In the spring of 2006, after years of activity on the Left, I joined the IWW. I joined because it cared little for Leftism. And because it began every meeting with a song.
Confronting the confusion and fragmentation that wrought progressive politics in recent decades, Ernesto Laclau’s work attempts to theorize the path to the construction of a radical democratic politics. Drawing on Gramsci’s concept of hegemony to devise his own theory by that name, Laclau describes the processes of social articulation that creates popular political identities.
The perception of gentrification in Chicago mirrors would-be progressive groups’ social imaginations and the heterogeneity of their goals. Gentrification is the reconstitution of a neighborhood which occurs when lower-income areas with lower land value are re-developed with higher-value housing into a decidedly wealthier neighborhood. During this process the class-composition and character of the neighborhood is changed; those already living in the neighborhood cannot sustain the rise in property taxes and must move elsewhere.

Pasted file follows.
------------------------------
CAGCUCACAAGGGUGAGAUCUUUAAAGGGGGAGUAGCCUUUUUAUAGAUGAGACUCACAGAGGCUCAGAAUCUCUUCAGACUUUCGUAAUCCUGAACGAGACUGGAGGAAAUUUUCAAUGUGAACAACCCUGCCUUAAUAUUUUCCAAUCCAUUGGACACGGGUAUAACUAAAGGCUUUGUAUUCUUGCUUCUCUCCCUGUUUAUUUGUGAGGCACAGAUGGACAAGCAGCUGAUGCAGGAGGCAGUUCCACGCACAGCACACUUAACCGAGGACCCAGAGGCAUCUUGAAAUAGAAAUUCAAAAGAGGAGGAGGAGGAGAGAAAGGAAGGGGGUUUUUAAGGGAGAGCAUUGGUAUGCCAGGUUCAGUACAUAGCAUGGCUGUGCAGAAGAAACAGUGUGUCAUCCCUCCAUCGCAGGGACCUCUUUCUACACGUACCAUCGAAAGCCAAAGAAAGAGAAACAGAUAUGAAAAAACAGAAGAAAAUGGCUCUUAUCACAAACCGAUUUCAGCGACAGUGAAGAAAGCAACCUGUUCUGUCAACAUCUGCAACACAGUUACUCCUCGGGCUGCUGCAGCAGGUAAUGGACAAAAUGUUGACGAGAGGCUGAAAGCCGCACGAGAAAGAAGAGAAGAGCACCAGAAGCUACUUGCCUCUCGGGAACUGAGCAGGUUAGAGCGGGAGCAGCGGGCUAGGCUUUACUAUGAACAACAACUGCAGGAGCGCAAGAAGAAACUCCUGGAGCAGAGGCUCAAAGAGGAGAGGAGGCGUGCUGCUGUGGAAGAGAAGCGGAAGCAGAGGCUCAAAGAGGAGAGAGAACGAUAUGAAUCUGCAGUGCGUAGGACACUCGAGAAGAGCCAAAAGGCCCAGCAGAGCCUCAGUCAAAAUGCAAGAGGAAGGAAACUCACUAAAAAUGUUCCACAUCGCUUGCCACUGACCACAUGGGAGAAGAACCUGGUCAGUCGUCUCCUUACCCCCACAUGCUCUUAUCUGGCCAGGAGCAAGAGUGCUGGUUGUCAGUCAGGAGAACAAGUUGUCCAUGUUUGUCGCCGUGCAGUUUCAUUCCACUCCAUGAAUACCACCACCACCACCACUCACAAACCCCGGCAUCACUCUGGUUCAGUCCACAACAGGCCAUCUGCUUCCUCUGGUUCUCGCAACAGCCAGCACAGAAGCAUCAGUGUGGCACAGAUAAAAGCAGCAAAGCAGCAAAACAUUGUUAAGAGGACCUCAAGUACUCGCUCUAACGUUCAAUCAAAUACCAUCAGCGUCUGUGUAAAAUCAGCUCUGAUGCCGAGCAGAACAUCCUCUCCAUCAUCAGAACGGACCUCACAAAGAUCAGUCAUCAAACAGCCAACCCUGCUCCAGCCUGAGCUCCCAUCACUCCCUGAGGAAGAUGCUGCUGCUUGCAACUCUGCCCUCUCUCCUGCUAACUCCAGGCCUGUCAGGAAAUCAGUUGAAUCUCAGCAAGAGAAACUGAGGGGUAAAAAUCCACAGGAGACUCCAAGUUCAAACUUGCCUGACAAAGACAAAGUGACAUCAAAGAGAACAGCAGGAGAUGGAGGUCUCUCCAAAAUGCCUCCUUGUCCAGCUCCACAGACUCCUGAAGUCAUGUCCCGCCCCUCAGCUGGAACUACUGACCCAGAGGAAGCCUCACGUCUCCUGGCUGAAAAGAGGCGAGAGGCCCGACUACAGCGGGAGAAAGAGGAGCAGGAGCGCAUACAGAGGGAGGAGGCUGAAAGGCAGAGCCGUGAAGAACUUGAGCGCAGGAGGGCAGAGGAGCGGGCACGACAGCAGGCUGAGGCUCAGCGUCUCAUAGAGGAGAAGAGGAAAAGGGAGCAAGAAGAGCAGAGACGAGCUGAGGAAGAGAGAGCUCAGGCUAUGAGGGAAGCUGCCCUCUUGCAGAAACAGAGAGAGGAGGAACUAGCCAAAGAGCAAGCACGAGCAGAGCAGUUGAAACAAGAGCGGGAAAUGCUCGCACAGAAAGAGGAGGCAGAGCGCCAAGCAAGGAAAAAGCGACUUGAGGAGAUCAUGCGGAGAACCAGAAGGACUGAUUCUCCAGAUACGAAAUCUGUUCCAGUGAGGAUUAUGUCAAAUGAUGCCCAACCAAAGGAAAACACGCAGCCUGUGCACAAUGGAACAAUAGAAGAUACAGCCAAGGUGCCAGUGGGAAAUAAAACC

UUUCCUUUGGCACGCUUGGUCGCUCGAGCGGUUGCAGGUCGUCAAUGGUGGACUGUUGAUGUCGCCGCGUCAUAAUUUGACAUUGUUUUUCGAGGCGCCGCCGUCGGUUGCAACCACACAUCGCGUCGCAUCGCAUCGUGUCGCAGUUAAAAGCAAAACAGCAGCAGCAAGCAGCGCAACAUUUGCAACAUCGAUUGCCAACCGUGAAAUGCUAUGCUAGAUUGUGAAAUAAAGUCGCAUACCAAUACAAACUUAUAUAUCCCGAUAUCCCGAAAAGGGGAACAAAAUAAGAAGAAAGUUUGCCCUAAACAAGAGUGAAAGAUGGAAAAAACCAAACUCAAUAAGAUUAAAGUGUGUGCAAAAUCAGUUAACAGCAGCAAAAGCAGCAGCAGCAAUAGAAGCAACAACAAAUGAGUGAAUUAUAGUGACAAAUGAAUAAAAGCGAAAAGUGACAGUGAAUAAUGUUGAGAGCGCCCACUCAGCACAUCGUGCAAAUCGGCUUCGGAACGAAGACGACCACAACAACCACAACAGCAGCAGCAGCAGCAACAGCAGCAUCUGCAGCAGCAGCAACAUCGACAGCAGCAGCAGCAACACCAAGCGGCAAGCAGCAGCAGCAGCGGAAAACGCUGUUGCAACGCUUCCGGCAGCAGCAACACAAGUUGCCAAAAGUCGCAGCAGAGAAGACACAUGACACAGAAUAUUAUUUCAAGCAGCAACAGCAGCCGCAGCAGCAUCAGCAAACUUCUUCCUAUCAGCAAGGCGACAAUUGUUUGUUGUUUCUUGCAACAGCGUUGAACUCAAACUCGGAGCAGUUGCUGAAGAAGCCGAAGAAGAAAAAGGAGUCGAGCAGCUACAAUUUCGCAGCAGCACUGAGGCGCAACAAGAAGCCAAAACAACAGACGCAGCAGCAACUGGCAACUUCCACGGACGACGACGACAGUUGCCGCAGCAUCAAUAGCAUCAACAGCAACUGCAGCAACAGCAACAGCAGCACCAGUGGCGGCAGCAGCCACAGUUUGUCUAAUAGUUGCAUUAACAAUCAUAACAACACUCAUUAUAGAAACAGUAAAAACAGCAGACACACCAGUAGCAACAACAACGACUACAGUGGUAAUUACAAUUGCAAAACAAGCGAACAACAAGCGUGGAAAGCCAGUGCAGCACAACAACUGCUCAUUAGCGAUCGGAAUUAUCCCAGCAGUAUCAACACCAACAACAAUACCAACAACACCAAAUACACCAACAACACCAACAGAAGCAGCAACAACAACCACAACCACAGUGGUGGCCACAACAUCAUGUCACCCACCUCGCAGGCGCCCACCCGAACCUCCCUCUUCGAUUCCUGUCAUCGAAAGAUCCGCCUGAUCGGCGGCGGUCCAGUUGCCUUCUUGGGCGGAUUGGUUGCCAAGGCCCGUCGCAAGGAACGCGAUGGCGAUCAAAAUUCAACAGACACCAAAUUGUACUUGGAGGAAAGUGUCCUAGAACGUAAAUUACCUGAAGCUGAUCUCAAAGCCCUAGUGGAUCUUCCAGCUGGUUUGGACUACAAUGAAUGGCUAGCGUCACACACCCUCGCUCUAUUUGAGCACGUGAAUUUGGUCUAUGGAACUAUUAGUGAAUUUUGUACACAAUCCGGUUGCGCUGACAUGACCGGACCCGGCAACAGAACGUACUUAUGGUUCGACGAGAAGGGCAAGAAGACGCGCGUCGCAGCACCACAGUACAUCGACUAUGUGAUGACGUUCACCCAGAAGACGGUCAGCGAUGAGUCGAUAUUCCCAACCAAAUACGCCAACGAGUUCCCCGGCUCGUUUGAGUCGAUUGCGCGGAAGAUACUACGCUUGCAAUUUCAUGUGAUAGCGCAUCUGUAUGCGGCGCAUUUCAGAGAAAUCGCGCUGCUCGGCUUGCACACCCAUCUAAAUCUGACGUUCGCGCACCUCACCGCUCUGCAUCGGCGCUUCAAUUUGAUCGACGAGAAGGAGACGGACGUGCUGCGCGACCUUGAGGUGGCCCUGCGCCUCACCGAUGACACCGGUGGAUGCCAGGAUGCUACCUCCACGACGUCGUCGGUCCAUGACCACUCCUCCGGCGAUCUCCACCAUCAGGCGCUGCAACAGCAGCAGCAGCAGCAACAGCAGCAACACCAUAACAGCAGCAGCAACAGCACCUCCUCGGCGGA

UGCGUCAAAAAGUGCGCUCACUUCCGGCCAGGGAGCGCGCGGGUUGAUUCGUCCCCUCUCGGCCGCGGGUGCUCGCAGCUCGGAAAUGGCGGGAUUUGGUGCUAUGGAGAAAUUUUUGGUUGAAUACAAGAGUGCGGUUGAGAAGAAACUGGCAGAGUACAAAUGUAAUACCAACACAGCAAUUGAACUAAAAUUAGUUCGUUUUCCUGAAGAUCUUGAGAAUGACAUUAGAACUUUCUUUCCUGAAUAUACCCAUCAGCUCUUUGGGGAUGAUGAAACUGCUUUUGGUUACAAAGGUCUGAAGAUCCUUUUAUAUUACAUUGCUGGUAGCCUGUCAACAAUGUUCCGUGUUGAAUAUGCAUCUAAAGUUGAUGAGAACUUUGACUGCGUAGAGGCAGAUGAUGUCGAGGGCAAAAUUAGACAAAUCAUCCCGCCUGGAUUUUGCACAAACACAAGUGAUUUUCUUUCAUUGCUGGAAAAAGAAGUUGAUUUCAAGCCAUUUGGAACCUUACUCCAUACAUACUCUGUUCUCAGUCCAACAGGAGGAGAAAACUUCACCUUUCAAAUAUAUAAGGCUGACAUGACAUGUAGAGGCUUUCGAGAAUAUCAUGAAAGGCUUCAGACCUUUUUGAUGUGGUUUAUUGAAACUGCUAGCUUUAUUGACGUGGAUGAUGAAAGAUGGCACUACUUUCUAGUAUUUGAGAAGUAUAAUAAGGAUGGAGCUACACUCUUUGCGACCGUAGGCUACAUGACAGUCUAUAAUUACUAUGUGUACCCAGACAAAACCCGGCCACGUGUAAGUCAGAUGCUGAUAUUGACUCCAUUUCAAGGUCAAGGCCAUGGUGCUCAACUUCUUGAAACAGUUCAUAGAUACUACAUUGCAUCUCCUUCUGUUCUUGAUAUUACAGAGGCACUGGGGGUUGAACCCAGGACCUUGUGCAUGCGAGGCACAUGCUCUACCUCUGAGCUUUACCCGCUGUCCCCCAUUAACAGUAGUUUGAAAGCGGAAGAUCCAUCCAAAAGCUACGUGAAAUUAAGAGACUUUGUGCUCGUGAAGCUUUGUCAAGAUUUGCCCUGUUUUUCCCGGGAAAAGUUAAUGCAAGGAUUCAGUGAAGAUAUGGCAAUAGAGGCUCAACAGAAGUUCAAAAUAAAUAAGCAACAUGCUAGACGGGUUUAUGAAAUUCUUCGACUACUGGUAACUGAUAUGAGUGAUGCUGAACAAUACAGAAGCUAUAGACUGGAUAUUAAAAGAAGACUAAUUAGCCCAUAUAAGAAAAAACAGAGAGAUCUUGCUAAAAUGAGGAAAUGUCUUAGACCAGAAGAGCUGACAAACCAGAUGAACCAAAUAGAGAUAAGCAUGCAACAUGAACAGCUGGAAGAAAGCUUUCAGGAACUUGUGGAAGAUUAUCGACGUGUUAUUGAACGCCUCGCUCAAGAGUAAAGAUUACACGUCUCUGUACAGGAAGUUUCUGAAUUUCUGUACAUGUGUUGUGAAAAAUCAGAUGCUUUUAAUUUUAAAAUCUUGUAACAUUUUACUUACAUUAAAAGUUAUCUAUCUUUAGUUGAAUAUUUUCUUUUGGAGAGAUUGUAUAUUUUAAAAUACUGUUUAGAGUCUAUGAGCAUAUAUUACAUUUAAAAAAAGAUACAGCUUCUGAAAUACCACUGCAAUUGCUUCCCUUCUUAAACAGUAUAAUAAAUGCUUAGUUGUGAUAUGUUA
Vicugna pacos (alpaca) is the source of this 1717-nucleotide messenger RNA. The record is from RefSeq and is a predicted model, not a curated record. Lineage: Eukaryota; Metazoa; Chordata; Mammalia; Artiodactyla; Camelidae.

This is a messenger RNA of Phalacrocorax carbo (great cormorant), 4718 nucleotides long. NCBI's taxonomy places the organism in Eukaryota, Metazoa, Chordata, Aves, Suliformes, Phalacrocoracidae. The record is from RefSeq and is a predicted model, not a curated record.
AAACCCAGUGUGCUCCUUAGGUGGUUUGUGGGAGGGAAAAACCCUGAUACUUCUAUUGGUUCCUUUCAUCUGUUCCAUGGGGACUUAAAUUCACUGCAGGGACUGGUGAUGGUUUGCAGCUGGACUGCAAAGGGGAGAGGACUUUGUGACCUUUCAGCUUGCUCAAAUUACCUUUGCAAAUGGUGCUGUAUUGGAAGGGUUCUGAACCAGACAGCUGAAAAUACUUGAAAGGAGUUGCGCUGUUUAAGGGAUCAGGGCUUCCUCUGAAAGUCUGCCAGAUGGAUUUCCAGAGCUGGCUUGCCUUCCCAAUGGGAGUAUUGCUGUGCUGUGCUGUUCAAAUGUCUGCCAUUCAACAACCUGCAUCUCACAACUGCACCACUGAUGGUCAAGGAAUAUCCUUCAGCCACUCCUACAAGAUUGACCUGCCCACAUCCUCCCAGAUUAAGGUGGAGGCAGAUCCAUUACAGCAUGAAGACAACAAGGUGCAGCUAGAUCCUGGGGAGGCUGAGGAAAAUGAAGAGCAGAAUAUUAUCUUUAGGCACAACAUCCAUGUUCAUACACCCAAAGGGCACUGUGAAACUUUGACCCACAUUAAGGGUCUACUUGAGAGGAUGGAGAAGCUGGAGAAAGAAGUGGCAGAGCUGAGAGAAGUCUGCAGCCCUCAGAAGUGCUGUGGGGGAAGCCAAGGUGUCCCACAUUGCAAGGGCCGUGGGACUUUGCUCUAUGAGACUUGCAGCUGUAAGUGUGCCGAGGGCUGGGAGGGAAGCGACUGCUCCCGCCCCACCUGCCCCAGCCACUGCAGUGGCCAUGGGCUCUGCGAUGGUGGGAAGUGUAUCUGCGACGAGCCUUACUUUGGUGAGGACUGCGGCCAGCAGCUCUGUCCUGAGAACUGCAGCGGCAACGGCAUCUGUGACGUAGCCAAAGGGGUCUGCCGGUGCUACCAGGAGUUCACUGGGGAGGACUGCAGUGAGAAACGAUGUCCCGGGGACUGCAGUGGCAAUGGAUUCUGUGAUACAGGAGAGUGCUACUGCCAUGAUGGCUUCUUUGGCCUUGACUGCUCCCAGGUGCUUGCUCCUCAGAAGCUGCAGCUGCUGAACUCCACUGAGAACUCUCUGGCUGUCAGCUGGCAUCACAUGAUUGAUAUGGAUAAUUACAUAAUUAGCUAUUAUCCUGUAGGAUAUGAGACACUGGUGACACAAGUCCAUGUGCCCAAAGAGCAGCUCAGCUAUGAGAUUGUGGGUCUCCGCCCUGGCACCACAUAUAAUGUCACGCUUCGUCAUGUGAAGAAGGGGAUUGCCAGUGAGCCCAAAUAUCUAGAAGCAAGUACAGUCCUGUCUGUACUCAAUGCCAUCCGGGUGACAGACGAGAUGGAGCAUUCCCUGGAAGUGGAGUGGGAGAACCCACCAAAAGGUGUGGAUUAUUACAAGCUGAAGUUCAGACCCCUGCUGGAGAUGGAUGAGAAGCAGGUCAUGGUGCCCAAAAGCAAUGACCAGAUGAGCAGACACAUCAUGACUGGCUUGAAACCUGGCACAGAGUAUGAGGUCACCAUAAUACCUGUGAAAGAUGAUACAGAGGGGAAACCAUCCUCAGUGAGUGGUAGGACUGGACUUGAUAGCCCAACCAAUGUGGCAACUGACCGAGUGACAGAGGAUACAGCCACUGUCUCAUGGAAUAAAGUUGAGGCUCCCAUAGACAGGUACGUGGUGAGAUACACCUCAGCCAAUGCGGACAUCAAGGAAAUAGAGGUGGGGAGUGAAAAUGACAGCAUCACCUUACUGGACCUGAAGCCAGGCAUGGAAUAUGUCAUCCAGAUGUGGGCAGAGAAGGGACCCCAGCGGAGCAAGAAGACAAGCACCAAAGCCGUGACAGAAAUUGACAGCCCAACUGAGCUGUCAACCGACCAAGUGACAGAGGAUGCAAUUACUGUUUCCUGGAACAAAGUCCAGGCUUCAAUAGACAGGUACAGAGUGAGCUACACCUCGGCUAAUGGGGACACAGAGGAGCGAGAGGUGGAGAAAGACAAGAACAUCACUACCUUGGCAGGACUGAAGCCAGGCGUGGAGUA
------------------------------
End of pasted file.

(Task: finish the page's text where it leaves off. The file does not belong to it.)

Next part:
In subsequent issues Platypus will serialize a “History of the Left”. The phrase has a strange ring to it! A human being has a history, a nation, a people have a history. One is not the “same person” one was twenty years ago perhaps, yet one can not make sense of who one is now without a sense of who one “was” even if that person has come to seem as alien as a stranger. A people too may “remember” its past, its becoming, its suffering, its ancient glories and yet no living member of that people may have experienced any of these. Such remembering and rethinking what has been whether personal and collective is obvious to us. But “the Left”?